The Advisory Group is an informal, international network of experts on the causes, consequences, and prevention of genocide and other mass atrocities. The Group has no staff, structure, or formal links to other organizations. Its members provide risk assessments and advice to all interested parties, including the UN, individual governments, regional organizations, non-governmental organizations, and any other international political grouping that designs and promotes policies aimed at preventing and mitigating mass atrocities that have or may acquire genocidal dimensions.
Specific aims of the group:
The group began with consultations initiated by Yehuda Bauer in 2001 to advise the Swedish government in preparation for the Stockholm Forum on the Prevention of Genocide. Most of us contributed to the Forum, held in January 2004, as presenters or advisers. At the Forum representatives of 55 governments adopted a Declaration of commitment to prevent future genocides, and UN Secretary-General Kofi Annan announced the establishment of the office of Special Advisor for the Prevention of Genocide. Members of the group subsequently had frequent meetings with the first Special Advisor, Juan E. Mendez, and his staff.
These objectives from the Declaration are at the heart of our group's purposes:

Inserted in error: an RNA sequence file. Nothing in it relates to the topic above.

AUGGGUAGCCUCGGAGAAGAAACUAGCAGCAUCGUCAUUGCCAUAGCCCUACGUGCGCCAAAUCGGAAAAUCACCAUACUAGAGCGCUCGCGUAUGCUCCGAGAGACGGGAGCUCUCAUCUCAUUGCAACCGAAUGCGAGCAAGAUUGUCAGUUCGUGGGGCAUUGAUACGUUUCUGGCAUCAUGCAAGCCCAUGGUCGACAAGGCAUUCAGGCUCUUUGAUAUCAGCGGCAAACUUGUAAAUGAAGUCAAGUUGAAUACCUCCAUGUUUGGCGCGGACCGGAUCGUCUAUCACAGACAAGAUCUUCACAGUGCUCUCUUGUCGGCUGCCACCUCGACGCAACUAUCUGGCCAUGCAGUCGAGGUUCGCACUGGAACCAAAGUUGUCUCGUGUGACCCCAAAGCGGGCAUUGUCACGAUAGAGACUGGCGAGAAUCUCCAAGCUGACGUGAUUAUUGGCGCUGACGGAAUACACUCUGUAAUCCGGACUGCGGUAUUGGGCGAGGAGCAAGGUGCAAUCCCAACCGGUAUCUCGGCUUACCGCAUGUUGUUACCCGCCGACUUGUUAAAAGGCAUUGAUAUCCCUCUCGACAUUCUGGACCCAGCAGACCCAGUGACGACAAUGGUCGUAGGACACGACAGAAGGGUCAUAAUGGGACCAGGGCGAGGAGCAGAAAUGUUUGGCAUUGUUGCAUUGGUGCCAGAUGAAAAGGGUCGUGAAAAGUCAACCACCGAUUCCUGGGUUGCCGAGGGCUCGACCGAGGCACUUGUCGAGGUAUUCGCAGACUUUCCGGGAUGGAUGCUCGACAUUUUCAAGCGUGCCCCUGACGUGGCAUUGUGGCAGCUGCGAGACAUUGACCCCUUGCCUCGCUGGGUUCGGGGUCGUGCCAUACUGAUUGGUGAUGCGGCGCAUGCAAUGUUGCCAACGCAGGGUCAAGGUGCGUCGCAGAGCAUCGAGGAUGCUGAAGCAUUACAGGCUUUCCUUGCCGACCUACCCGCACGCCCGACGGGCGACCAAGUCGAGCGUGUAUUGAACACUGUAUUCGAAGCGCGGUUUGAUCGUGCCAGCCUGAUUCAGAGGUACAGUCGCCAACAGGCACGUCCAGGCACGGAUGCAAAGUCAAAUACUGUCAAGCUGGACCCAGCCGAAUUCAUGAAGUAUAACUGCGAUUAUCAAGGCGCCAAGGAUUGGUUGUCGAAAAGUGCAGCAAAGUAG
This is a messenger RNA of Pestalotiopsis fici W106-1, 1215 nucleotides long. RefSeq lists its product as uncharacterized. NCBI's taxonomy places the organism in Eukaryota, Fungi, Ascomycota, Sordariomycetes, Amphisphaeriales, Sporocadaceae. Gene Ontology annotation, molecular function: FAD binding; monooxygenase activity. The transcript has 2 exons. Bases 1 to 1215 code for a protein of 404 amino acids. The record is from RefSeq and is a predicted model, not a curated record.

"1. We are committed to using and developing practical tools and mechanisms to identify as early as possible and to monitor and report genocidal threats....
"4. We are committed to supporting research into the possibilities of preventing genocide, mass murder and ethnic cleansing.
"7. We are committed to cooperating in our search for effective measures against genocidal dangers with all members of the family of nations, in the United Nations and other relevant global and regional organizations as well as with non-governmental organizations...."
The group has continued to add new members to broaden its expertise. Since 2006 representatives of the group have held five meetings in Switzerland at the invitation of the Swiss Federal Department of Foreign Affairs, and two meetings hosted by the governments of Sweden and of the Netherlands. The purpose of these meetings is to identify options for possible preventive actions, and to serve as a sounding board for policies and initiatives of the sponsoring governments and international organizations.